(Editor's note: This is an edited version of an Op-Ed that appeared Dec. 14 in The Oakland Press.)
Government employee strikes are illegal in Michigan, but that has not stopped teachers unions from taking to the picket line and winning concessions. In the recent case of the Wayne-Westland school district, a state judge ordered striking teachers to return to work but exacted no penalties. Since current law appears to be toothless, it's time to consider a new approach.
The current penalty for a strike by public school teachers is a fine equal to their pay for every day they refuse to work. In theory it's a stiff penalty; in practice it still sometimes fails to serve as a deterrent. There are two reasons for this. First, the penalty is difficult to enforce. A school district must be prepared to go through court hearings for every teacher it intends to fine. Legal costs alone make this prohibitive.
Second, the penalty doesn't affect the most responsible party: the union that called the strike. In the case of Wayne-Westland, there is reason to believe that the striking teachers themselves are being manipulated into believing that the issue of health plan administration is of greater importance for them than it actually is. (The union wants to retain health coverage under the Michigan Education Special Services Association, a third-party administrator and Michigan Education Association affiliate that outsources insurance underwriting to Blue Cross Blue Shield and resells the policies to school districts.)
Proposals by the district give teachers several options. For a modest employee contribution, teachers can still select one of two Blue Cross Blue Shield insurance plans administered by MESSA — much as they have now. Or they can select another Blue Cross Blue Shield program, albeit under a different administrator.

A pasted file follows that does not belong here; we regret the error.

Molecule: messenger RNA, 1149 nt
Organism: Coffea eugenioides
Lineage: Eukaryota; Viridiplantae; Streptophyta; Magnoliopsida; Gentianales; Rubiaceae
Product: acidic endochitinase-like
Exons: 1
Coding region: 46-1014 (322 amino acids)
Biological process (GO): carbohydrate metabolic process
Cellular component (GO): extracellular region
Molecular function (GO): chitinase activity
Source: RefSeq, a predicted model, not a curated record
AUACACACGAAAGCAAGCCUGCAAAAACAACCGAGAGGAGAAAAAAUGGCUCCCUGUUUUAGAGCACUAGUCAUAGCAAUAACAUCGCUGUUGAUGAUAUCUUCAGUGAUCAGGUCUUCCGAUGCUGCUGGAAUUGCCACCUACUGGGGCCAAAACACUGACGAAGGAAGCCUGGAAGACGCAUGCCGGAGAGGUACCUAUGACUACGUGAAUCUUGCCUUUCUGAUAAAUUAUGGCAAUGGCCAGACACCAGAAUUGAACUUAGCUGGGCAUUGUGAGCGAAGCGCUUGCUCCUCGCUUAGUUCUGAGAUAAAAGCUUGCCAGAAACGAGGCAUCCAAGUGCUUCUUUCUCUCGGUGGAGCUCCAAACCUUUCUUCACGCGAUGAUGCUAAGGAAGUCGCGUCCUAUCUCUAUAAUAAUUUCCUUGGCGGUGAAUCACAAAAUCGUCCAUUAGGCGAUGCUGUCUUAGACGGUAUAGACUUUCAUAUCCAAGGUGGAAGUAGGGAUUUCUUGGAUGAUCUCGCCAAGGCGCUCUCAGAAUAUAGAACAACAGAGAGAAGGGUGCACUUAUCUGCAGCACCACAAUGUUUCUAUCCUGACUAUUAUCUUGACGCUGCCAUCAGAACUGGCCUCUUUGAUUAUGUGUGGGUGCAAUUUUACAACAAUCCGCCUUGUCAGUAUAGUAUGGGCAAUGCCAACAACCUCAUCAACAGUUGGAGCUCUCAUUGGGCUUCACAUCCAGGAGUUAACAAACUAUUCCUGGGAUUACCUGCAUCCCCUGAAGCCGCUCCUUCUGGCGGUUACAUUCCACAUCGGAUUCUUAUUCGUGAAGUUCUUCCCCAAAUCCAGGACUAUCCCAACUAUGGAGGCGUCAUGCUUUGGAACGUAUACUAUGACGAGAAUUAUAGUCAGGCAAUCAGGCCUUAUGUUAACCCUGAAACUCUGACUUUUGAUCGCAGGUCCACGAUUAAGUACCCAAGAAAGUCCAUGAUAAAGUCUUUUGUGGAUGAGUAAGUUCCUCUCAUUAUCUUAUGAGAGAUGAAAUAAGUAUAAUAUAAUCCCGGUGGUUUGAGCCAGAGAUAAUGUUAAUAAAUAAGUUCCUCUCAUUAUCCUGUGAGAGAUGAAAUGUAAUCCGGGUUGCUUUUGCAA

This may be disappointing to teachers, but it is not clear it's an issue worth breaking the law over. Earlier this year, a neutral state-appointed fact-finder recommended that teachers in the Waterford school district accept a Blue Cross Blue Shield insurance package with a new administrator in place of MESSA. The fact-finder determined that the two health care packages were "substantially equal and without significant differences as to the benefits available."
But the issue of who will administer teachers' health insurance is worth thousands of dollars a year per teacher to MESSA, which has MEA officials serving on its board. MESSA has paid marketing fees to the union in exchange for promoting MESSA to its members and writing MESSA coverage into collective bargaining agreements.
An effective deterrent to illegal strikes should be directed at unions at least as much as teachers, and should avoid the administrative hassles of the current law. Michigan's Public Employee Relations Act should be revised to include new penalties.
Rather than fines, bargaining units that go on strike should have their collective bargaining rights suspended for a period of one to three years. During that time, any collective bargaining agreement in effect should be suspended, and the union should temporarily lose its rights of exclusive representation, allowing the school district to negotiate with teachers individually. This would include the right to collect mandatory membership dues or agency fees. Teachers would retain the protections of tenure and could retain union membership voluntarily. Because the district would only need to show that a strike occurred, the administration and application of the suspension would be much simpler.
The right to bargain collectively comes with responsibilities: a respect for the law and for the people of Michigan, acting through their elected officials, as the final authority over all matters of government, including the pay, benefits and working conditions of government employees. Illegal strikes subvert both, and Michigan would be well within its rights to temporarily withdraw the right to bargain collectively from those who flout the law and the authority of the people.
Paul Kersey is director of labor policy at the Mackinac Center for Public Policy, a research and educational institute headquartered in Midland, Mich. Permission to reprint in whole or in part is hereby granted, provided that the author and the Center are properly cited.